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Charter schools are public schools – they have to be held accountable to the taxpayers | Opinion

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By Noe Ortega

Every Pennsylvania student deserves a good education, and every student in Pennsylvania deserves an education that works best for them.

While Pennsylvania has some great charter schools, other charter schools are not providing an education that prepares students for success in life. Some companies that manage charter schools put taxpayer funded profits ahead of students and their families. These schools are costing taxpayers exorbitant amounts of money while providing a poor education and leaving our students behind

Charter schools are public schools. Our tax dollars fund these schools. And we must hold charter schools accountable to taxpayers and to the same standards as all other public schools.

In 2021, taxpayers will spend almost $3 billion for charter schools. Our local school districts are required by law to pay every charter school serving students in their area. That means that local property taxpayers ultimately foot the bill when costs are unreasonable.

Only about 9 percent of students are in a charter school, but within the next year, $1 in every $5 paid in local property taxes will go to cover charter school costs.

That’s billions of your school tax dollars that school boards and the public do not control or even know how charter schools spend. And as charter school costs go up, it drains funding from regular public-school classrooms, forces cuts to educational programs and causes tax hikes.

Students flocked to cyber-charter schools this year. So did district revenue and federal relief funds

Worse still, some charter schools do not provide a quality education. Charter schools make up about 6 percent of public schools in Pennsylvania, but account for about 25% of the lowest performing schools. Test scores for cyber school student are among the lowest in the state and fewer than two-thirds of their students graduate, well below the state average.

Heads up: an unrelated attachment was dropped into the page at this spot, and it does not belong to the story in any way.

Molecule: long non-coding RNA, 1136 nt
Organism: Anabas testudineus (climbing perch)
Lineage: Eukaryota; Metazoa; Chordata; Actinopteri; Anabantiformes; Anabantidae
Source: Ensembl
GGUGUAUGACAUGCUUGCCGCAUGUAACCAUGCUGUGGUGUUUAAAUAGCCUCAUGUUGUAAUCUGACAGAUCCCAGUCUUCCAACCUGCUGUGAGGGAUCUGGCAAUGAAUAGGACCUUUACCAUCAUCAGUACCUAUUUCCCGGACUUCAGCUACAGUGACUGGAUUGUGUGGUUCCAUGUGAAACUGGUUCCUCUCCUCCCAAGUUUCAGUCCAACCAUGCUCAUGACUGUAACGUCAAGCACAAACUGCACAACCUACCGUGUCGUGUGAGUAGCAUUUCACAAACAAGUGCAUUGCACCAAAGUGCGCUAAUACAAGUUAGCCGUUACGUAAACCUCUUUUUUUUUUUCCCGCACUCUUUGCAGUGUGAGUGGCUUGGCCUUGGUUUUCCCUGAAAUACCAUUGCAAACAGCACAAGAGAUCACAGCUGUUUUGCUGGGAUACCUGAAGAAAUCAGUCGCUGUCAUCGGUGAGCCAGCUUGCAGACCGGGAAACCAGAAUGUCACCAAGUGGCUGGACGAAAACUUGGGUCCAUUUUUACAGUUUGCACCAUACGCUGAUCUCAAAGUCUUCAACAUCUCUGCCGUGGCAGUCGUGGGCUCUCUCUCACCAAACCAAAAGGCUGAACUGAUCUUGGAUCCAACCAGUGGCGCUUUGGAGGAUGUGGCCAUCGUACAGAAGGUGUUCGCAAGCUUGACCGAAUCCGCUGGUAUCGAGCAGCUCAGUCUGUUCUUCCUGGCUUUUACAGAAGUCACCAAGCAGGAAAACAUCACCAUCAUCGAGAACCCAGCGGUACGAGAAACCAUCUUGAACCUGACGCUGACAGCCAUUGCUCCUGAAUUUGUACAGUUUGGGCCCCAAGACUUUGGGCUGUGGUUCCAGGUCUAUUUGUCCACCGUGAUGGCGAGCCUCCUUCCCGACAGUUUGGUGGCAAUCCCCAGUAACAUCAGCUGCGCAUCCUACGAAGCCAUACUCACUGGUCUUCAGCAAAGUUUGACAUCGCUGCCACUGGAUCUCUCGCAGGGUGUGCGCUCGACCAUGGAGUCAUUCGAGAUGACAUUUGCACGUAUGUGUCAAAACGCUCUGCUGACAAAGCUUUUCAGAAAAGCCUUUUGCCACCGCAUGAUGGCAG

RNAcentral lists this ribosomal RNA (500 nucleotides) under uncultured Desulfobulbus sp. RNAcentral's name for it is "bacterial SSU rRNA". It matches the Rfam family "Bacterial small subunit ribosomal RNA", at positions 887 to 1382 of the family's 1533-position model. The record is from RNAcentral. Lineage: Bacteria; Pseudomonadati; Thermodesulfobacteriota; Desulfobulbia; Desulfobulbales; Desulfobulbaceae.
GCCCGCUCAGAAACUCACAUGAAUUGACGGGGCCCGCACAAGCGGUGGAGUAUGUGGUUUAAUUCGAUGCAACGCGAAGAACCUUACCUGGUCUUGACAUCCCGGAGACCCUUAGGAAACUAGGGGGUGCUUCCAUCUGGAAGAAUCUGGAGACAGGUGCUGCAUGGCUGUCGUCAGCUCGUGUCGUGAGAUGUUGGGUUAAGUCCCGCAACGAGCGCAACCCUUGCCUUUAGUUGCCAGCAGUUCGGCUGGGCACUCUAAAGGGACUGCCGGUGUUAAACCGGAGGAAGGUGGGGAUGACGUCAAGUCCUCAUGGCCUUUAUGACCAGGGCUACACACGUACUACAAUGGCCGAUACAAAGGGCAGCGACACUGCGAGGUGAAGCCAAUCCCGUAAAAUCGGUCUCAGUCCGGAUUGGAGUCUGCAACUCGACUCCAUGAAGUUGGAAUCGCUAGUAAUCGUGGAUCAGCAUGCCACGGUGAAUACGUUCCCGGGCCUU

In 2019, a Stanford University report on charter school performance found widespread problems and called for comprehensive reforms.  In fact, Pennsylvania’s charter school law is regarded as among the worst in the nation.

Our broken charter school law is unfair to every student, parent and taxpayer, and the problem has only gotten worse over the past year. The pandemic has caused record enrollment increases at charter schools, and those students deserve a high-quality education. We must act.

The Wolf administration and bipartisan legislators have a commonsense plan that benefits everyone. It protects taxpayers by reining in uncontrolled charter school costs, protects students by holding low performing charter schools accountable, and protects the public by increasing transparency of for-profit management companies

The plan aligns taxpayer spending on charter schools with the actual cost to educate students, ending years of the public overpaying charter schools and saving school districts nearly $400 million.

This reasonable and fair solution is accomplished with two changes. First, the state would pay for special education at charter schools based on the real cost, as we already do for all other public schools. Special education should not be a profit maker for charter schools.

This improvement saves an estimated $185 million a year and helps school districts, as well as some charter schools that are underfunded for special education.

Second, the plan saves $210 million by creating a single statewide tuition rate for cyber schools. It ends huge differences between cyber-school payments when the cost of an online education is the same regardless of where the student lives.

The plan also protects students by creating performance standards for charter schools and limiting enrollment at low-performing schools until their educational quality improves.

Additionally, it will make sure that schools are meeting our quality standards and spending taxpayer dollars appropriately and requires ethical and financial standards to keep charter school management companies accountable to taxpayers.

The companies that make huge profits from charter schools hate these commonsense reforms. They want to keep lining their pockets with your tax dollars and to continue operating in the shadows. Every student, parent, and taxpayer deserves better.

Real choice means high quality learning. This plan preserves school choice and rewards high quality charter schools, protects school districts and taxpayers, and most importantly, ensures students are getting the education they need for successful lives in Pennsylvania.

If you agree that charter schools should be accountable to provide a high-quality education at a reasonable cost, I encourage you to contact your representatives in the General Assembly and ask them to support legislation to fix our broken charter school law.

Pennsylvania’s students deserve more from our charter school system – and they can’t afford to wait.

Noe Ortega is Pennsylvania’s acting secretary of the Department of Education. He writes from Harrisburg. 

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